Bad PR and the Good Samaritan
The recent release of a 911 tape from a non-skilled residential facility has much of the country talking about what a caregiver's obligations are to the patient. In the case making news this month, the nurse involved believed that the facility had a strict policy that forbade employees from rendering any kind of care -- including CPR -- to the residents. The facility later announced that the nurse had a "complete misunderstanding of our practice."
(if you haven't read the full story, read the AP's version here.)
Editorials like the one appearing in the Tennessean illustrate how profoundly this affected people without any knowledge of health care operations. As the newspaper noted "how can any moral human being refuse to ask anyone nearby to help, as happened in this case, during the course of a 7-minute, 16-second 911 call."
They also illustrate why newspaper reporters should not practice law. The editorial in the Tennessee paper states that the acts of the nurse in this case should have been protected by the Good Samaritan law. That would be correct if this happened outside of a facility, and when the nurse was not on duty or not being paid to care for the resident. But if you're on duty and you're being paid to care for a resident, the failure to exercise the proper care and to discharge your duty under the standard of care subjects you to a lawsuit for malpractice, and the Good Samaritan law doesn't apply.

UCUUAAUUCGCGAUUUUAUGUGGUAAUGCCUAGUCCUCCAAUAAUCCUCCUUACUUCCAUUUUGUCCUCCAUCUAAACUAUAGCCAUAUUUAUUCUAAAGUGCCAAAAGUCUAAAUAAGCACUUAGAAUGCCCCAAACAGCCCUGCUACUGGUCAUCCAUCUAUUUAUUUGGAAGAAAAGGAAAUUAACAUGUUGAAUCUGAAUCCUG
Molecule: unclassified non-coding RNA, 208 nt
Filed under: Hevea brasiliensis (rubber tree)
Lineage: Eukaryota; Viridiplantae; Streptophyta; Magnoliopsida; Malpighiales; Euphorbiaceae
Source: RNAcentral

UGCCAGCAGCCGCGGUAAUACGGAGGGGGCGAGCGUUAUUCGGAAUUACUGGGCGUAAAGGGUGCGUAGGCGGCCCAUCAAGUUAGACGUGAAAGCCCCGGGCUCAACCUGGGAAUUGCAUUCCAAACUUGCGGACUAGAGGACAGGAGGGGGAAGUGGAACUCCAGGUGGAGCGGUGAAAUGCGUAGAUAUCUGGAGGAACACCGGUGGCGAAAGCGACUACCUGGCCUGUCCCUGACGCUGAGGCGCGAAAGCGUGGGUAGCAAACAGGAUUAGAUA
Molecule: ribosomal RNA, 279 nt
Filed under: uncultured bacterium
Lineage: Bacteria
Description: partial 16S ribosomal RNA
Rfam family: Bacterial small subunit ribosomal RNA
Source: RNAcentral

Reacting to an emergency in the community -- at the mall or at a softball game -- is always protected under the Good Samaritan law. A plaintiff would have to show something more than gross negligence in most cases to get a judgment in almost any state. But when you're at work -- and this is important --- you are not doing the work of a good Samaritan when you're rendering care. You're being paid for it. So that means you have to do it right.
Don't let well-meaning people explain your legal rights. If you have questions about what your state's Good Samaritan law covers, talk to a lawyer in your state.
More articles on this topic:
Documentation Keeps Nurses Out of the Courtroom
Reducing Liability Costs
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